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How do you prove that

\(\large{b^{\log_b a}=a}\)?

An algebraic proof would be good.

Note by Bloons Qoth 1 year, 10 months ago

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2 \times 3

2^{34}

a_{i-1}

\frac{2}{3}

\sqrt{2}

\sum_{i=1}^3

\sin \theta

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Let \(x=\log_{b} a \)

Then, \[ x=\log_{b} a \implies b^{x} = a \quad (\text{ by definition }) \\\implies b^{\log_{b} a} = a \quad (\text{ substituting } x) \]

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We can prove this algebraically if we want to. But why do that? Isn't this obvious?

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Easy Math Editor

`*italics*`

or`_italics_`

italics`**bold**`

or`__bold__`

boldNote: you must add a full line of space before and after lists for them to show up correctlyparagraph 1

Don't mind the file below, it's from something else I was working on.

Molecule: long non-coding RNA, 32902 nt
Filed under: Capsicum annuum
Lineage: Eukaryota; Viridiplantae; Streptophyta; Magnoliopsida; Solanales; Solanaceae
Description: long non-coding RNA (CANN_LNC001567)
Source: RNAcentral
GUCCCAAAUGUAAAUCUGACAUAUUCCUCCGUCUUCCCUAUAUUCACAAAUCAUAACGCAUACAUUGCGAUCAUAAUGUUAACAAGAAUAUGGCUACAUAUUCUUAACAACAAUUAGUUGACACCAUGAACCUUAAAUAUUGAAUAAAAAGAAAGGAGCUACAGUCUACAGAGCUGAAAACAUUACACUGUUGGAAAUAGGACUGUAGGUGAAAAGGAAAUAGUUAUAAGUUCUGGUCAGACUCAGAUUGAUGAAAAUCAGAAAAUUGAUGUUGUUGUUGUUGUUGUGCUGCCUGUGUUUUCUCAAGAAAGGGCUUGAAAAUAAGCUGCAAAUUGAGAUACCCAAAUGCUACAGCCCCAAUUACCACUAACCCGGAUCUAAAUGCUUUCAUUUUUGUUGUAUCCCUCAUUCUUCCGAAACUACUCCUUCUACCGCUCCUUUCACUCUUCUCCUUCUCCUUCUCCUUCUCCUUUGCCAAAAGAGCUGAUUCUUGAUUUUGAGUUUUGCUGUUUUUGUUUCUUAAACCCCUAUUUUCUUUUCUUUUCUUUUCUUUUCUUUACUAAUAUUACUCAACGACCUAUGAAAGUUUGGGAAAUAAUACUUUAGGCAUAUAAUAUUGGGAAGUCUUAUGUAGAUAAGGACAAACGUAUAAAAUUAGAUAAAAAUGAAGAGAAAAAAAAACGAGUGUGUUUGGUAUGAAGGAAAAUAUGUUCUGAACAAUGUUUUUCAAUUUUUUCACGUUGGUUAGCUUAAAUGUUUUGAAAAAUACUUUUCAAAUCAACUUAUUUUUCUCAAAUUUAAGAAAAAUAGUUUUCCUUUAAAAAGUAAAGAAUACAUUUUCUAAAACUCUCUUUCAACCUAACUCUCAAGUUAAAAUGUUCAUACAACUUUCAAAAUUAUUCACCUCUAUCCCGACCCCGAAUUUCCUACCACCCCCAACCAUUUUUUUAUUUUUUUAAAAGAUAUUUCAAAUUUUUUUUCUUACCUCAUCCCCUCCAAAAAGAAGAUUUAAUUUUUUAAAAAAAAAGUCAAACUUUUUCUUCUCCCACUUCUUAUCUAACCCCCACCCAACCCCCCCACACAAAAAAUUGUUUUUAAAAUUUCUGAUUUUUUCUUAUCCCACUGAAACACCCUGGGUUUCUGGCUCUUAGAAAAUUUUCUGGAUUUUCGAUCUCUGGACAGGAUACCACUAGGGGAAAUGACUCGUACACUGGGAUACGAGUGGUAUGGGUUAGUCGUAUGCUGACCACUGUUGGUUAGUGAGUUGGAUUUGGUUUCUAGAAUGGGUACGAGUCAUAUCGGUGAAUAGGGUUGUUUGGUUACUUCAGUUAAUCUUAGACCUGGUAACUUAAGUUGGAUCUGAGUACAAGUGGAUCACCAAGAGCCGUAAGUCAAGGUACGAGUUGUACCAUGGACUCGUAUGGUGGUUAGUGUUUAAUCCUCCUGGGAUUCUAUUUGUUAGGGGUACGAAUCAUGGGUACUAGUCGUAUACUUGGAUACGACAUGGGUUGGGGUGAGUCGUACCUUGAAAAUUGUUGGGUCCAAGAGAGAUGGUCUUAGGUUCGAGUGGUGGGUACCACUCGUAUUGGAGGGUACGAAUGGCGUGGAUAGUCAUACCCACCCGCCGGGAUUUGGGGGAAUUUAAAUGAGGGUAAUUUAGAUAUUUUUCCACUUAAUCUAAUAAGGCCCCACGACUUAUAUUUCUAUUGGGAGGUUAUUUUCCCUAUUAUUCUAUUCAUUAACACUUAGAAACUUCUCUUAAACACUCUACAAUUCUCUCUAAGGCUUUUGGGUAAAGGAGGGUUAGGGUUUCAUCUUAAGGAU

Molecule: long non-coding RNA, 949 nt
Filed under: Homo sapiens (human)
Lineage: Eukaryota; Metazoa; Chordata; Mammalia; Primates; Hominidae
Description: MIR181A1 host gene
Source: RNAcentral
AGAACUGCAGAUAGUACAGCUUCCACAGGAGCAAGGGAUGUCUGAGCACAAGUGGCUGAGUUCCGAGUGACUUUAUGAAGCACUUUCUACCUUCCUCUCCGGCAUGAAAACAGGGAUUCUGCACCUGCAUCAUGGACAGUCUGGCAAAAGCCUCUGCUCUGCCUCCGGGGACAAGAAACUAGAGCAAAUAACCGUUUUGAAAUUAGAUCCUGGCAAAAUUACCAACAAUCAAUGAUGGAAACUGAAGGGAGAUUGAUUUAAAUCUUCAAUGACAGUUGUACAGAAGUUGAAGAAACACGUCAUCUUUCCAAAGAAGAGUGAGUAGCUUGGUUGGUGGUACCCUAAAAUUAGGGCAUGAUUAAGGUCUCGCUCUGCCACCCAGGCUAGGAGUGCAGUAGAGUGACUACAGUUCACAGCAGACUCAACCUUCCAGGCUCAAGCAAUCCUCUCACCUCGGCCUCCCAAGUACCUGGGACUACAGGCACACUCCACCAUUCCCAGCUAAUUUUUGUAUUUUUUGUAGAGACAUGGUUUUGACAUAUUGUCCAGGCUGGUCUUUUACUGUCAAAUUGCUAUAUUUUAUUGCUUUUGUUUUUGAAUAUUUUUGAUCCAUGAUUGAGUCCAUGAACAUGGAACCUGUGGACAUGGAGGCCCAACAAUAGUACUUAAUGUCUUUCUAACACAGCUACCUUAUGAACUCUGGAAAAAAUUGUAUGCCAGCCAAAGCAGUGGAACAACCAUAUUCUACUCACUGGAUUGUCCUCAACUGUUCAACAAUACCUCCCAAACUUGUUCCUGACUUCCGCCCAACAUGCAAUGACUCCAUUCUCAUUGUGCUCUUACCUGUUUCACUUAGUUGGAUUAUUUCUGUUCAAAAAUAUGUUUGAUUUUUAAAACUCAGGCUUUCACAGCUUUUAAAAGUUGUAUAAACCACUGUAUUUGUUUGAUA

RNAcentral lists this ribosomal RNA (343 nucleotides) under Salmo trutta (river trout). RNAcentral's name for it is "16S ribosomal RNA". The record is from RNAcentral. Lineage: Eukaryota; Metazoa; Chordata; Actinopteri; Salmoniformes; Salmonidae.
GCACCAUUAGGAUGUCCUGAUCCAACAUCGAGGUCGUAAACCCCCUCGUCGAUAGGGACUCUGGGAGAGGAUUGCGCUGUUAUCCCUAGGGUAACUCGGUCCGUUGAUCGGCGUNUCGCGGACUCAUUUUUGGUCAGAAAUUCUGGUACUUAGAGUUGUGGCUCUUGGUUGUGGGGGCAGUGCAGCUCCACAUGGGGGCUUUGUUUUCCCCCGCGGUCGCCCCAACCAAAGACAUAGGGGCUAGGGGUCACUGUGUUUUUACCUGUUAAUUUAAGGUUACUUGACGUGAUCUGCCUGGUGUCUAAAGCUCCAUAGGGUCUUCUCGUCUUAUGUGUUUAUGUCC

paragraph 2

`[example link](https://brilliant.org)`

`> This is a quote`

Remember to wrap math in \( ... \) or \[ ... \] to ensure proper formatting.`2 \times 3`

`2^{34}`

`a_{i-1}`

`\frac{2}{3}`

`\sqrt{2}`

`\sum_{i=1}^3`

`\sin \theta`

`\boxed{123}`

## Comments

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TopNewestLet \(x=\log_{b} a \)

Then, \[ x=\log_{b} a \implies b^{x} = a \quad (\text{ by definition }) \\\implies b^{\log_{b} a} = a \quad (\text{ substituting } x) \]

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We can prove this algebraically if we want to. But why do that? Isn't this obvious?

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